The Rev. Ron Baity, president of Return America and pastor of a Winston-Salem church, recalled that the group had held three previous rallies on the mall pleading with lawmakers for a referendum.
“I am grateful that the people of North Carolina on May 8 now will have the opportunity, as it should be,” Baity said. “Most importantly, we are back here today to uphold the historical truth that … God said that marriage is between one man and one woman.”
Jim Forrester sought for years to persuade legislators to consider a statewide referendum, but the Legislature’s Democratic majority blocked the bills. Less than two months before the senator died, the new Republican majority at the General Assembly agreed last September to put the amendment on the ballot.
The proposed constitutional amendment would identify traditional marriage as the only domestic legal union recognized by the state. State law, which already limits marriage to a man and a woman, won’t change if the question fails, said Jeremy Kennedy, campaign manager of the anti-amendment Coalition to Protect North Carolina Families.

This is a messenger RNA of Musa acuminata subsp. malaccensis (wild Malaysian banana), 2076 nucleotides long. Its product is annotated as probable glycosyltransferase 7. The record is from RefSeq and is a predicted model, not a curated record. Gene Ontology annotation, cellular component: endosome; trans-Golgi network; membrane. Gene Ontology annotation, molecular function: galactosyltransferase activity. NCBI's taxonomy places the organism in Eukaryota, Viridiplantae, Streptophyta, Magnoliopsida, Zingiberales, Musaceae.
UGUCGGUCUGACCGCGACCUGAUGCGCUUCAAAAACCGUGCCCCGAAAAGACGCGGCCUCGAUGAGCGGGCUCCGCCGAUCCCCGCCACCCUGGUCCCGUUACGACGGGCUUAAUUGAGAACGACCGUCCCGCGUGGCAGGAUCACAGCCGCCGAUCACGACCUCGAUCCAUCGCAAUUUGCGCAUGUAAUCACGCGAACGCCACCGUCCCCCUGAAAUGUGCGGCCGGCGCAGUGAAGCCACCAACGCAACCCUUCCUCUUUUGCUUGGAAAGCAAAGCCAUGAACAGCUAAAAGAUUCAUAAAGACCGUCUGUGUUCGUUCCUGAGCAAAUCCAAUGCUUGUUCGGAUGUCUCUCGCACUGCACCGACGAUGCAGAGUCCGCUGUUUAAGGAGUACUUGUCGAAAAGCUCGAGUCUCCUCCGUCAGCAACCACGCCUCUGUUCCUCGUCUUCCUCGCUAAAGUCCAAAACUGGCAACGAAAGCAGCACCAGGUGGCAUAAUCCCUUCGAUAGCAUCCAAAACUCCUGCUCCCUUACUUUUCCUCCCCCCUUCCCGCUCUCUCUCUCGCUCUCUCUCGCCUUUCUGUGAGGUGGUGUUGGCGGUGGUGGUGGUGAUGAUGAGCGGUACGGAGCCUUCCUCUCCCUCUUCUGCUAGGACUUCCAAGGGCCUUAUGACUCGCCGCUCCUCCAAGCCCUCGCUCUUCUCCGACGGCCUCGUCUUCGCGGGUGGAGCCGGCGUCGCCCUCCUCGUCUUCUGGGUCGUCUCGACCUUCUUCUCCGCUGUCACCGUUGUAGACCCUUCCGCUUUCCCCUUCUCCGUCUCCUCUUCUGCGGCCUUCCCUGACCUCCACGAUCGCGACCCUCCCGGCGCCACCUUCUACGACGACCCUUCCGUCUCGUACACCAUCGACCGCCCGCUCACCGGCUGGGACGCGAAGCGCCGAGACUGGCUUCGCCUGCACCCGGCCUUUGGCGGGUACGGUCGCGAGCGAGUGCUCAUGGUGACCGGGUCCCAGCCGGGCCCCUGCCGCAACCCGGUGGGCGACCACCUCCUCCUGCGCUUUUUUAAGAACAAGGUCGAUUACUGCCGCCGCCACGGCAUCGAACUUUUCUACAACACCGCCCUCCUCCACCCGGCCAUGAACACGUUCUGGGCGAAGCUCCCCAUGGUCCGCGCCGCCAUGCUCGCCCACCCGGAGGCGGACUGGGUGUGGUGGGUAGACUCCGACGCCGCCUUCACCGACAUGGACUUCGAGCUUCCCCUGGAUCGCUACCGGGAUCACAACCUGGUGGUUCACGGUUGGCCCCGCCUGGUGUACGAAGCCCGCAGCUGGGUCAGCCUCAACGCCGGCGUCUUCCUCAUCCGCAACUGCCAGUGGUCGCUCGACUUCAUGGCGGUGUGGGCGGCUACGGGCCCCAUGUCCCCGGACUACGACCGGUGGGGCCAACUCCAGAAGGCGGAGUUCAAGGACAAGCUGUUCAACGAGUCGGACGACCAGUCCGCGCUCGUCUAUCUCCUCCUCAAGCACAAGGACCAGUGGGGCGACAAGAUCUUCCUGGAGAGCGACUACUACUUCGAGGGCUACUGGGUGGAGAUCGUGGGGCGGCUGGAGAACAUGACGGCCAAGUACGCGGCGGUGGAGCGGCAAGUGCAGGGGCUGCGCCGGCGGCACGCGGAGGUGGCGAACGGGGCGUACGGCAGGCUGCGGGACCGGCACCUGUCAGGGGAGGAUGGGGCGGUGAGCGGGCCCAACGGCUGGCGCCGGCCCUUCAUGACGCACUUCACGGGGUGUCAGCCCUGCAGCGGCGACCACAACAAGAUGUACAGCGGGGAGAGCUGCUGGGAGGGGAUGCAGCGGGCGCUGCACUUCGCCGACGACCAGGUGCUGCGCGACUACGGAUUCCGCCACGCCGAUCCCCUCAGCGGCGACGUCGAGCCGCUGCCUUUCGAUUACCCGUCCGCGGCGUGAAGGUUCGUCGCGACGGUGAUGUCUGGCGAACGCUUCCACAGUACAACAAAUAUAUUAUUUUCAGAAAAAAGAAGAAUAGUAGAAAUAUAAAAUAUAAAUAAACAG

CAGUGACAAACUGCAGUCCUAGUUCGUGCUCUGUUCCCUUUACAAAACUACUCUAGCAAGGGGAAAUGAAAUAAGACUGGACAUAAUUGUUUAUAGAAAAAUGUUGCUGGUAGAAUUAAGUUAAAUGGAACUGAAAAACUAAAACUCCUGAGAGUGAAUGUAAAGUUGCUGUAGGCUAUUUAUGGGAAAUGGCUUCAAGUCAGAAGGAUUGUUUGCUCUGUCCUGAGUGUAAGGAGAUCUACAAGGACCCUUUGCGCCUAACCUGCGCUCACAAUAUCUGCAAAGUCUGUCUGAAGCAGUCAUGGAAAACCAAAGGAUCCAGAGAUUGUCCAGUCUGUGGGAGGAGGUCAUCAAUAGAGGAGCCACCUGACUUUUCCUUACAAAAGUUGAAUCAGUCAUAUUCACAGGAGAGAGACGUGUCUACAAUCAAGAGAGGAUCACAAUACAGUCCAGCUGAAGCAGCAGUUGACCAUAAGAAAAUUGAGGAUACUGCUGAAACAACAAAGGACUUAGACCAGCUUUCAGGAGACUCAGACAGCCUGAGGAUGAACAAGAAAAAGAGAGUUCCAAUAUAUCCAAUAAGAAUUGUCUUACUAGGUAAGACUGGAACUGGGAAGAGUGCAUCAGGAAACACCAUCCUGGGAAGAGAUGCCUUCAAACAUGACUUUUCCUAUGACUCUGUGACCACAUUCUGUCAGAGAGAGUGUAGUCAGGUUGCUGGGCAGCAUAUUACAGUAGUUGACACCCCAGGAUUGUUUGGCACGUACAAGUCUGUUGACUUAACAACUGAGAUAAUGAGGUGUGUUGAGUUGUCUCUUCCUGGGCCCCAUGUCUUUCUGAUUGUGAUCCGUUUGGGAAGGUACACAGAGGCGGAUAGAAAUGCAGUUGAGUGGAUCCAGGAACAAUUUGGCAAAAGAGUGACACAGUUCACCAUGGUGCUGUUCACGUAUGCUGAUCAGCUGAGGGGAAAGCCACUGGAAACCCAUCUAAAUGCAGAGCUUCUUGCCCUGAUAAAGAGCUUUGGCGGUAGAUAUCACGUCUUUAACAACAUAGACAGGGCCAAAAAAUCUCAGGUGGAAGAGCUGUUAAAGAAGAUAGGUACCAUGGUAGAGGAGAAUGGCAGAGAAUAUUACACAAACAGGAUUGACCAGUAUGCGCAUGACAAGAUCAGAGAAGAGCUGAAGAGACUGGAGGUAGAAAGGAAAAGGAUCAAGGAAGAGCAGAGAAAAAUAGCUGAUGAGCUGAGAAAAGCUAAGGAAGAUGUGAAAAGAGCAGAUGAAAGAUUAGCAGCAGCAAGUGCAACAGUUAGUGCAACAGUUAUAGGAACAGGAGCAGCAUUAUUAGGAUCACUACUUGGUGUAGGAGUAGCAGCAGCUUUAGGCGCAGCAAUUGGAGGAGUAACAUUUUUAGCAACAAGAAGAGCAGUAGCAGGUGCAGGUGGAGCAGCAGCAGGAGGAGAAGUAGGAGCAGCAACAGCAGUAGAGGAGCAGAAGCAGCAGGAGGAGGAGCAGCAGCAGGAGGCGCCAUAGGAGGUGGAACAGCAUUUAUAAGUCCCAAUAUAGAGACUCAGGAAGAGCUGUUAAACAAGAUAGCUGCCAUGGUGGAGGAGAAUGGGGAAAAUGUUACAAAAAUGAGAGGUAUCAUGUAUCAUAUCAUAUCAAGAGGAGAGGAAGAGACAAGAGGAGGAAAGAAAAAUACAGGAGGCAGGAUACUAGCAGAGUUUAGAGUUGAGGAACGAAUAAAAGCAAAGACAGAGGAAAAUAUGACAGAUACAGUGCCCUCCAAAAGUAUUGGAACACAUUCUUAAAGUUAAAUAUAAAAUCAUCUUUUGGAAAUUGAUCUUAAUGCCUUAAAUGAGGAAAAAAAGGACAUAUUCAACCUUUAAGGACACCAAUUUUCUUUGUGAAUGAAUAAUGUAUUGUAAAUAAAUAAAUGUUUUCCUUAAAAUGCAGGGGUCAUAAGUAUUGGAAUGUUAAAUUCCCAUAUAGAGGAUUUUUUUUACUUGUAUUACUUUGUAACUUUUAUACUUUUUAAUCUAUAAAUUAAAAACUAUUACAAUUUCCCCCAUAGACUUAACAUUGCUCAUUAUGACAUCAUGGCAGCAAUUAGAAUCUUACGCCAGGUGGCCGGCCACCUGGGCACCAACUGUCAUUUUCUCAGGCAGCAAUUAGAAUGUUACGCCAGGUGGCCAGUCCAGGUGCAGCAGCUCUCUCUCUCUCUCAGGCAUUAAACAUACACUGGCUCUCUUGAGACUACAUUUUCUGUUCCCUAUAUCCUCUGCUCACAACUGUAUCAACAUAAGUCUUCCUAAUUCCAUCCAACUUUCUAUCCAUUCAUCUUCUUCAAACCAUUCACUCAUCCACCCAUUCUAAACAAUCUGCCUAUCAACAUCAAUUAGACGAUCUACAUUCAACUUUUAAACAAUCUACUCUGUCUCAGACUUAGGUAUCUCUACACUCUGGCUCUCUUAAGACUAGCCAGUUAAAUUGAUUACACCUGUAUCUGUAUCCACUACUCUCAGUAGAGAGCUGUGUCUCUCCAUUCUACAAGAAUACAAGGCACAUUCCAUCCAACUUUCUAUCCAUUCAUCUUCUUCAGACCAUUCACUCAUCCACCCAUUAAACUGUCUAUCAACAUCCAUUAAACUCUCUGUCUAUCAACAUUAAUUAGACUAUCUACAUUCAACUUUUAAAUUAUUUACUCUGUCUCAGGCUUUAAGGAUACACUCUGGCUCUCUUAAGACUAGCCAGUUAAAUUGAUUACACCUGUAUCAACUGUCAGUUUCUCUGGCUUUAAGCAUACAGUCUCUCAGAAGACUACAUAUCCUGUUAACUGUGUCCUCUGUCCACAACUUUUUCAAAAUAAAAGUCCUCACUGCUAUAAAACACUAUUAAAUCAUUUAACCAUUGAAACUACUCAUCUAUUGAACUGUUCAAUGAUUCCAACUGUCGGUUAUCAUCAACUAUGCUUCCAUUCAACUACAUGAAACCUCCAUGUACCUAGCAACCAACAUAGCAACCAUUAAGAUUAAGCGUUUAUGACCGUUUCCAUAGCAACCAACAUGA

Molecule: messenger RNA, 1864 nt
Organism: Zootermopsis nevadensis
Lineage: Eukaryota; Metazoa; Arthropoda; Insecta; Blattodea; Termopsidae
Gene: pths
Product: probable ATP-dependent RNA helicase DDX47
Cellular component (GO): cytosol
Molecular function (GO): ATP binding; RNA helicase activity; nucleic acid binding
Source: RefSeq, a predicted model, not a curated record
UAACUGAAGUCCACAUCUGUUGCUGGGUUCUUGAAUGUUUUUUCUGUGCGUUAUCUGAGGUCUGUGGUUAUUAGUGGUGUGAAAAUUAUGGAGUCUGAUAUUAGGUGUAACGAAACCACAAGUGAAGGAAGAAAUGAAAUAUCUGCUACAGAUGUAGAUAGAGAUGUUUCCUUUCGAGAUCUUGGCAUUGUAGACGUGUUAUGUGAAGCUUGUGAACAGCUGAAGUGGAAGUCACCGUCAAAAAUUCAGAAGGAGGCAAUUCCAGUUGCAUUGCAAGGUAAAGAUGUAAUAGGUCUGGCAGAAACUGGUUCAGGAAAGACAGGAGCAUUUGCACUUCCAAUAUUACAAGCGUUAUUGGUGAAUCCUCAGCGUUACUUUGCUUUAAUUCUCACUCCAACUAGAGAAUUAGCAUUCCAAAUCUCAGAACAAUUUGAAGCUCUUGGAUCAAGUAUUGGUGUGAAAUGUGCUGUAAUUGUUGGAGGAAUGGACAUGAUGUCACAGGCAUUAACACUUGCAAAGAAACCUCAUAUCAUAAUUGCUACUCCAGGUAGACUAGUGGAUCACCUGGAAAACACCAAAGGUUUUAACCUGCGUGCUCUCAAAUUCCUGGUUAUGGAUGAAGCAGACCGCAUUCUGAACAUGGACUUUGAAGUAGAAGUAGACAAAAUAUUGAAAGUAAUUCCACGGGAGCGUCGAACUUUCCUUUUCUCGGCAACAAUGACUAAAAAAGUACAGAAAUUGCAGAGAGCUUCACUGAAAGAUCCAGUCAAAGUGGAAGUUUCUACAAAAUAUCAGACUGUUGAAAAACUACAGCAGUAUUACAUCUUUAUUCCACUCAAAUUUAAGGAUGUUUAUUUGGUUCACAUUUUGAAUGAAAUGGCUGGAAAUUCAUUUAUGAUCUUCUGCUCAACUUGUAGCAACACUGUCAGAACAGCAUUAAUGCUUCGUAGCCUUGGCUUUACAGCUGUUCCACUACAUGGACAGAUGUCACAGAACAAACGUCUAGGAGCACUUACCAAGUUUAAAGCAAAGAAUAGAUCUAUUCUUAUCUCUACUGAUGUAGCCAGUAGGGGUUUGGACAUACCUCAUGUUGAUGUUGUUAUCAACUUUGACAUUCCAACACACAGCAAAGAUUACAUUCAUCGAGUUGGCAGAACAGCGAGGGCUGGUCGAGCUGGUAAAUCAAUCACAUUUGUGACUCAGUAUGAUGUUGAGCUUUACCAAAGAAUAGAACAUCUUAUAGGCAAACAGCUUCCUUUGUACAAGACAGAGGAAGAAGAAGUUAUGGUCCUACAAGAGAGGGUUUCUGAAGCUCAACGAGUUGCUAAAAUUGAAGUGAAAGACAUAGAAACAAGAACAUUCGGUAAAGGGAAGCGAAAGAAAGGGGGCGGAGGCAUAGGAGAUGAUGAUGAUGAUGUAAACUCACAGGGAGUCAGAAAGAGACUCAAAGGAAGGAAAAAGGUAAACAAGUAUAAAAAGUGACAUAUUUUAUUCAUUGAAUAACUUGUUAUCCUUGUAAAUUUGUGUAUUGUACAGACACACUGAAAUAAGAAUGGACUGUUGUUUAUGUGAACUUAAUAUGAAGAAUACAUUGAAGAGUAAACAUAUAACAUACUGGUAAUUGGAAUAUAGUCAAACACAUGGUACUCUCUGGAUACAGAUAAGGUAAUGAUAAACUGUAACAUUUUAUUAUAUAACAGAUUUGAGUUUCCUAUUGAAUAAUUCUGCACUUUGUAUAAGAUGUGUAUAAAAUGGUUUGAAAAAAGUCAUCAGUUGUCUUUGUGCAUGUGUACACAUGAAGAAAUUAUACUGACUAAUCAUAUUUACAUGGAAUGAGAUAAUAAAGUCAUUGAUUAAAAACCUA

But if it passes, Kennedy says, families of all kinds — both married and unmarried — will lose health care benefits for partners and their children and domestic violence laws will be weakened. Some business leaders have said it would damage North Carolina’s reputation as a progressive place to expand their workforce.
“The other side continues to say that this is a vote on marriage,” Kennedy said in an interview. “That is absolutely not true.”
In a separate development this week, three Campbell University law school professors released a paper saying legal benefits and protections for all unmarried couples should remain in place as “long as those couples are not treated as having a legal status resembling marriage.” Other law school professors have written papers that disagree.
Friday’s rally resembled a combination evangelistic crusade and outdoor concert, as a singer’s renditions of “God Bless America” and the “Battle Hymn of the Republic” were interspersed with preaching and explanations on the history of marriage. Rally-goers raised their hands in prayer, gave hearty “amens” and held placards supporting the amendment.
“I am very excited to get the chance to vote for the marriage amendment,” said Gail Garrison, 60, a pastor’s wife from Southern Pines. “We’re getting so far away from the word of God … we bring a lot of problems into our society by not sticking to those Christian values.”